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At least the CEOs will be OK
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Just in case you were worried, you can rest easier now. The news came through recently that America’s top paid business executives are getting better pay, again.
And just in time, too. In case you hadn’t noticed, the federal government is slowly admitting that we do have inflation in America — this despite the argument to the contrary that was sent to the nation’s senior citizens this year when they were informed there didn’t need to be any improvement in Social Security.
Fortunately, the best-paid of American workers are getting enough more than they did the year before — it’s up by about one quarter — that they will be able to live with the price hikes for white bread, off-brand mac and cheese and economy baloney.
Let’s just hope there is enough left over for them to pay their taxes. Oh, wait, that’s right. They don’t have to pay taxes under the current administration.
Anyway, here’s how the issue was explained recently by the Associated Press:
“CEOs at the nation’s largest companies were paid better last year than they were in 2007, when the economy was booming, the stock market set a record high and unemployment was roughly half what it is today.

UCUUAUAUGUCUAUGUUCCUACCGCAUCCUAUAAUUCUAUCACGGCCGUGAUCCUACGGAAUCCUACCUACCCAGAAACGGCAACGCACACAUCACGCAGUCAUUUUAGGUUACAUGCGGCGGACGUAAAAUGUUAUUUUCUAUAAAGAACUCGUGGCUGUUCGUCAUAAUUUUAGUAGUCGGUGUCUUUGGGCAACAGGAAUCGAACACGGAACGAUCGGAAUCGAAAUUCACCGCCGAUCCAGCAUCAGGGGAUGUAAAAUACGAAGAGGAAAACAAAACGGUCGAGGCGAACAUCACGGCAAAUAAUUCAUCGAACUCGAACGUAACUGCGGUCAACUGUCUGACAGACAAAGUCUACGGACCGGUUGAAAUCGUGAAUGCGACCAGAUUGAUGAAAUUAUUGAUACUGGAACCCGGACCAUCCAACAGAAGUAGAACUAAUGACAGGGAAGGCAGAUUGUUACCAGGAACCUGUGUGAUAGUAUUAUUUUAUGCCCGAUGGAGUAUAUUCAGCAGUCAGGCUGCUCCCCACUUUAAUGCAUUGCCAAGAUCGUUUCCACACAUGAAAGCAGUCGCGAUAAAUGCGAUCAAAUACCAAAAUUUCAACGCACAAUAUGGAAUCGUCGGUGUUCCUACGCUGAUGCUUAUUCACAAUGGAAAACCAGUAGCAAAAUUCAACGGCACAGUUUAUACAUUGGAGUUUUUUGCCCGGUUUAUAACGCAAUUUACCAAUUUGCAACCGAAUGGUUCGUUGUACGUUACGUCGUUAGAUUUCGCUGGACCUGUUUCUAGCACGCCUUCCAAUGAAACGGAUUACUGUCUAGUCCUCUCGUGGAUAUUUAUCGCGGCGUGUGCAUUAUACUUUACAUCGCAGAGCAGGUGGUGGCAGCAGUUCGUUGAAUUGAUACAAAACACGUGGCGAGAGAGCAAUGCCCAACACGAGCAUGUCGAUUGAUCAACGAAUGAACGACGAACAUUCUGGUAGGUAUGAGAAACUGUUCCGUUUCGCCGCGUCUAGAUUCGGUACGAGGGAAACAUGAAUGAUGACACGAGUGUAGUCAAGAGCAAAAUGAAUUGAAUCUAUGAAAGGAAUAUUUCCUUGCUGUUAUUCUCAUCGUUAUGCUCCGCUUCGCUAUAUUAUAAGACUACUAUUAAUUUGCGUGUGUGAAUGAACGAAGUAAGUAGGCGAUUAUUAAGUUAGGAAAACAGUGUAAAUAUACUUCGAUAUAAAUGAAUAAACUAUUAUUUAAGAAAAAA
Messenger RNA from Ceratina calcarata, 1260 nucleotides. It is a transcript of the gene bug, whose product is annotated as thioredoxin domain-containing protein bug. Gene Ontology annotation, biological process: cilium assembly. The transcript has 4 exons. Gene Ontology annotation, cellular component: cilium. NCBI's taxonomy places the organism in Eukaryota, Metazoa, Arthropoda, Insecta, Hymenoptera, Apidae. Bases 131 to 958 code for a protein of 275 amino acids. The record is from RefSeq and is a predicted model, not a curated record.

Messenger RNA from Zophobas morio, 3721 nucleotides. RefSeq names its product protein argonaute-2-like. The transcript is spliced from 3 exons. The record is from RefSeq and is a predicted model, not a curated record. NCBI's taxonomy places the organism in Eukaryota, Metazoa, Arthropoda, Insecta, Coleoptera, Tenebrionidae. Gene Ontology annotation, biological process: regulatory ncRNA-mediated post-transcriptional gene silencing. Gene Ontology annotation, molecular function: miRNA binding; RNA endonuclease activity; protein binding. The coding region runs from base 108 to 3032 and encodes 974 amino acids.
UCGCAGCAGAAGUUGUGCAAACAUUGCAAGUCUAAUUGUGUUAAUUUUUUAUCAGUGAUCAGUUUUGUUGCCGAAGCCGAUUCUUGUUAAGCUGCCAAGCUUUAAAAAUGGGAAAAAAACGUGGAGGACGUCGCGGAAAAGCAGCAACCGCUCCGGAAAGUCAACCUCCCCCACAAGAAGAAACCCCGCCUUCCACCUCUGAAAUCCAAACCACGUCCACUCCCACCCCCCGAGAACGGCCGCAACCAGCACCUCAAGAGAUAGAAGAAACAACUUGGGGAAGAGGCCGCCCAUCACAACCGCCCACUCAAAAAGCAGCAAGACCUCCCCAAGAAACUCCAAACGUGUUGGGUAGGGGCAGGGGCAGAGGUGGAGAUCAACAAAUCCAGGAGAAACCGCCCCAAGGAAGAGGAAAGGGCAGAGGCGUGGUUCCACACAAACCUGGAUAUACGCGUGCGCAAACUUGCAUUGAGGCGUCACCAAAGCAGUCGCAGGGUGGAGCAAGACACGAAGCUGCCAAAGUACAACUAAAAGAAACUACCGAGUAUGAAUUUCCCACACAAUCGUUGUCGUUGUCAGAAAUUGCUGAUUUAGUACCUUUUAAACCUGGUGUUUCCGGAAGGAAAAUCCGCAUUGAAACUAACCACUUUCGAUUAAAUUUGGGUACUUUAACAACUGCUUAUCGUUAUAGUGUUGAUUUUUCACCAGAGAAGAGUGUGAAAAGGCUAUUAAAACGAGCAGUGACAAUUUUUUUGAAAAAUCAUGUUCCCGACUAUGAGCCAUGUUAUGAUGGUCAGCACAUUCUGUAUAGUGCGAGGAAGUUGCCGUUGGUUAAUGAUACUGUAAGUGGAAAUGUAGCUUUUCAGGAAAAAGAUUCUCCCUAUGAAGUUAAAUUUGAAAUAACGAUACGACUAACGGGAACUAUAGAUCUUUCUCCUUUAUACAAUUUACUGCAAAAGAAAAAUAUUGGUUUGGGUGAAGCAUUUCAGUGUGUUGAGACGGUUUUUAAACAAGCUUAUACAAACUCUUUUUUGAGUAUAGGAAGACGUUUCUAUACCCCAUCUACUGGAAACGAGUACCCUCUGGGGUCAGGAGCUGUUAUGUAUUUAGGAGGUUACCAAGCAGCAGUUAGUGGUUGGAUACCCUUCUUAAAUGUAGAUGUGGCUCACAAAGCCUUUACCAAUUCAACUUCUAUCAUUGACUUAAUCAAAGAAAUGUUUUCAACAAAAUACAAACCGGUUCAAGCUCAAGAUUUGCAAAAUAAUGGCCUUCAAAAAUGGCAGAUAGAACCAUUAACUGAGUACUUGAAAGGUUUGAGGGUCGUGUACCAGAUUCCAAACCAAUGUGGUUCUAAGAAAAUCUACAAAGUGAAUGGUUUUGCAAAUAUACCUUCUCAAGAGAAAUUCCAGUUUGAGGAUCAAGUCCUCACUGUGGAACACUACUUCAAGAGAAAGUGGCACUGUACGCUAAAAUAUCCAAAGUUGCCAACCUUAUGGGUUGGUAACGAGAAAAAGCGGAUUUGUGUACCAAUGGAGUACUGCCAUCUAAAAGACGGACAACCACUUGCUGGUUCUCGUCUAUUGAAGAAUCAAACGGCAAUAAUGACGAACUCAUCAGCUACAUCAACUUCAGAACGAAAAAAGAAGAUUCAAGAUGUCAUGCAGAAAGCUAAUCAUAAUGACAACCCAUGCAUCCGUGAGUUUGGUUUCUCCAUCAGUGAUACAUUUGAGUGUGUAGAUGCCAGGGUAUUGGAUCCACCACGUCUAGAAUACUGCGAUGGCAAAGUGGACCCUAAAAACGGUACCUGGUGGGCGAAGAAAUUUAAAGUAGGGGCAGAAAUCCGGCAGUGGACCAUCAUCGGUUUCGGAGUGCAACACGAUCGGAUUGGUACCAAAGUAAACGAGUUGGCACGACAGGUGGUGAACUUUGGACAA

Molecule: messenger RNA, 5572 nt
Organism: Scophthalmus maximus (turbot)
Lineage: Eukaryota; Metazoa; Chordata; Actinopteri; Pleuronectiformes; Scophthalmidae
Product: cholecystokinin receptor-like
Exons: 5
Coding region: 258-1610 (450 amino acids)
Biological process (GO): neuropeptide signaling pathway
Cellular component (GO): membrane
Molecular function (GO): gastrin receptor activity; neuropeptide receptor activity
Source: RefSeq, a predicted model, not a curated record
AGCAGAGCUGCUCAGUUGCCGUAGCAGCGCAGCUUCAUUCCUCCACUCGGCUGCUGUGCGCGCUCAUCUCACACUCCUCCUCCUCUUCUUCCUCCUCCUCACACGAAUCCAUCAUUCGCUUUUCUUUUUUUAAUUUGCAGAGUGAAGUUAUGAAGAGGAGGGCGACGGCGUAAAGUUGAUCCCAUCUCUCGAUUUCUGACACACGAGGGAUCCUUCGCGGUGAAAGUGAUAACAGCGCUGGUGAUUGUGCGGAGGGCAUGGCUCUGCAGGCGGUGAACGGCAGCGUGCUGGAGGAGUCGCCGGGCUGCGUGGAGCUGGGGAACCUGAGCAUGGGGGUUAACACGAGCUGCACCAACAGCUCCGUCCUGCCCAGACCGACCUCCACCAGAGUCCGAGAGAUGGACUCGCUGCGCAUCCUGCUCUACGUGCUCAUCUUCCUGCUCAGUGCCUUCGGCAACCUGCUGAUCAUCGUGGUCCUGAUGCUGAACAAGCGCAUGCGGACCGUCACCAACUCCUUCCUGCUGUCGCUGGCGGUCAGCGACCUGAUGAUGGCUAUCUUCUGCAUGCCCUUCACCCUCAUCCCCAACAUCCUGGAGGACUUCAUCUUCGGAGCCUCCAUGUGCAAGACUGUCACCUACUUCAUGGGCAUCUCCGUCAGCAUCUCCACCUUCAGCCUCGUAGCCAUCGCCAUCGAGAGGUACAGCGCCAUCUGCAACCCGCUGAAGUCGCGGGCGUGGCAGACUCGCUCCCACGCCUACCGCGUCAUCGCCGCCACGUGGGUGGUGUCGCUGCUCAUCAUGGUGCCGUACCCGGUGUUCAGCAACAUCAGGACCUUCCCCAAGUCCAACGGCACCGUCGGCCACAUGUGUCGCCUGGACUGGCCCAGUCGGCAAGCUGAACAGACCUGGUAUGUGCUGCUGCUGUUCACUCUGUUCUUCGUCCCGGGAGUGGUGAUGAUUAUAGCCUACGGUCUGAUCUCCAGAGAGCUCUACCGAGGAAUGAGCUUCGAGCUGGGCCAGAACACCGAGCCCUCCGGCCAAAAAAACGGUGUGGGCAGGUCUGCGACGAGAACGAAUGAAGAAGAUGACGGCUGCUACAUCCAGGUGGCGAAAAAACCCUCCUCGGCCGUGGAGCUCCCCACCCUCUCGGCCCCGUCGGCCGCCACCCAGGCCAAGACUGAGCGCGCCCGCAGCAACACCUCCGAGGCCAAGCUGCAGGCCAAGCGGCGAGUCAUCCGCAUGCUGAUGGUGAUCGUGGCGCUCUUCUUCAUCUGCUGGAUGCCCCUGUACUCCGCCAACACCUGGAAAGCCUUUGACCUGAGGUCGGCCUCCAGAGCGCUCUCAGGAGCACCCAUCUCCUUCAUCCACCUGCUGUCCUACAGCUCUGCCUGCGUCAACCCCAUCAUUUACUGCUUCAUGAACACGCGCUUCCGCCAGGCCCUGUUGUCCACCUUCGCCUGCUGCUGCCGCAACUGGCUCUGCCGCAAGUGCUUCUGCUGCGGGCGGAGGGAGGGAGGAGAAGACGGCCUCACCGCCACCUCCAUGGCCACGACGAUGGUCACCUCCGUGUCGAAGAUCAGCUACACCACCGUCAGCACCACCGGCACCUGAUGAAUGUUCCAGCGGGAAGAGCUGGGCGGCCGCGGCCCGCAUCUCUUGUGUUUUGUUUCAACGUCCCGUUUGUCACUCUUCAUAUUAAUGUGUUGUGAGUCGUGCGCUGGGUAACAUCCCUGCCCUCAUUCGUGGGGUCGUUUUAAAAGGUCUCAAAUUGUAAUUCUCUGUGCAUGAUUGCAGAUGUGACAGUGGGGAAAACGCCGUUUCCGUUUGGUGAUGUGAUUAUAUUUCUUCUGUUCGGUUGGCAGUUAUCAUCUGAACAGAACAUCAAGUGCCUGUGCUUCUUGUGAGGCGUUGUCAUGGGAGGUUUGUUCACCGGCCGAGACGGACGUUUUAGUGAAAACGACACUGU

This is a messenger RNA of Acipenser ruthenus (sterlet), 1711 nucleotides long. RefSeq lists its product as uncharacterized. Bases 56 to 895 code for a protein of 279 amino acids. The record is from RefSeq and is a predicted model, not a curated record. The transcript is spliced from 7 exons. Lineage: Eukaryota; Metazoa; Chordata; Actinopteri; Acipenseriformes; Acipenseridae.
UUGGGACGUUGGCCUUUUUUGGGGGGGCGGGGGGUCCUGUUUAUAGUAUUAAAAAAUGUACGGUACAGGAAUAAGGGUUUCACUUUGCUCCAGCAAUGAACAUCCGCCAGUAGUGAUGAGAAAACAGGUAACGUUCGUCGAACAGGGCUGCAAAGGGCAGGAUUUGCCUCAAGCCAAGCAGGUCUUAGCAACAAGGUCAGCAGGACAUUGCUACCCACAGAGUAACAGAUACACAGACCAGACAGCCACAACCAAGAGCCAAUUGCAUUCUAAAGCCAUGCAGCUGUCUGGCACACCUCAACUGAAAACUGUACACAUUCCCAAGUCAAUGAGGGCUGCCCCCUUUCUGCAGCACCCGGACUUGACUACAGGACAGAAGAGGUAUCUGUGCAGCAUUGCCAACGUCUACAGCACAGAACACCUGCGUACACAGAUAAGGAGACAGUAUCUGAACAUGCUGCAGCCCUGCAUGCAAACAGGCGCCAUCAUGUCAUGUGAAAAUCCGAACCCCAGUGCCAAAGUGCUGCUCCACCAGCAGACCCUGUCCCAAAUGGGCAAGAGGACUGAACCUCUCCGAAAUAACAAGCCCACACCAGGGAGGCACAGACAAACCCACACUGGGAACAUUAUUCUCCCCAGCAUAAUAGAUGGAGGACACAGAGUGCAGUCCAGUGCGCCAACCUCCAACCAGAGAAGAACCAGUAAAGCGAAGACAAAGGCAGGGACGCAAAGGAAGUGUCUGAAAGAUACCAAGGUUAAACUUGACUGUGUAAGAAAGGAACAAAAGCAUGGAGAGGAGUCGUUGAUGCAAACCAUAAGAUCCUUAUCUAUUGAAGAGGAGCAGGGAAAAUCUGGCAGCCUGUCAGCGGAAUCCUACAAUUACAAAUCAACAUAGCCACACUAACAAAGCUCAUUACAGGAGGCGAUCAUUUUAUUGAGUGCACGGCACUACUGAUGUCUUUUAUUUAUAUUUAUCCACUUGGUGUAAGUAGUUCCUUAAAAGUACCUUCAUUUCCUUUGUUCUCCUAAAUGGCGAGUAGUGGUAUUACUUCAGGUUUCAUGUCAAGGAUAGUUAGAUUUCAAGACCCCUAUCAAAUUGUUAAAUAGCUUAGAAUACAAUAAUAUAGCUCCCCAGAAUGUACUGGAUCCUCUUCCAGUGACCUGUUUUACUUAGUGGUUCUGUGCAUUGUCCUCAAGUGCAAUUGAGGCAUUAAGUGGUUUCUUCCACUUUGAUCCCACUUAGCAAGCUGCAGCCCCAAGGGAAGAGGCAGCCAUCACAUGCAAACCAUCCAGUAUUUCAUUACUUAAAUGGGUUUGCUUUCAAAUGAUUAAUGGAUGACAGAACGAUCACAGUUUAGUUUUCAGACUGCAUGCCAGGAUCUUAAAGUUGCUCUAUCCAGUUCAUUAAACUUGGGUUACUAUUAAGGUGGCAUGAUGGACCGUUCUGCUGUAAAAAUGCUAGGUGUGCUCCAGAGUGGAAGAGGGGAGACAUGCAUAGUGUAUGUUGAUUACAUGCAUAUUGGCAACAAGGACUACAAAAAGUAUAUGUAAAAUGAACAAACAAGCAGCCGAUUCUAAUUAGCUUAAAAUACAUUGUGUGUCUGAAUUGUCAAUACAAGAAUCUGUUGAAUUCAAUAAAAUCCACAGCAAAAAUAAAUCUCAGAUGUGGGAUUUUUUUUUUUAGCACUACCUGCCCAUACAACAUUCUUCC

“The typical pay package for the head of a company in the Standard & Poor’s 500 was $9 million in 2010, according to an analysis by The Associated Press using data provided by Equilar, an executive compensation research firm. That was 24 percent higher than a year earlier, reversing two years of declines.
“Executives were showered with more pay of all types — salaries, bonuses, stock, options and perks. The biggest gains came in cash bonuses: Two-thirds of executives got a bigger one than they had in 2009, some more than three times as big.
“CEOs were rewarded because corporate profits soared in 2010 as the economy gradually got stronger and companies continued to cut costs. Profit for the companies in the AP analysis rose 41 percent last year.”
Just because there are no decent job openings. Just because our federal government continues to equate losing a family-supporting full-time manufacturing job with finding a food service part-time position. Just because you can actually see the prices rise every time you go in for groceries. None of that means that the nation is still in the grips of the Great Recession.
Just ask these CEOs. They can tell you how great times are, thank goodness.
Now we can sleep nights.
— Chuck Smith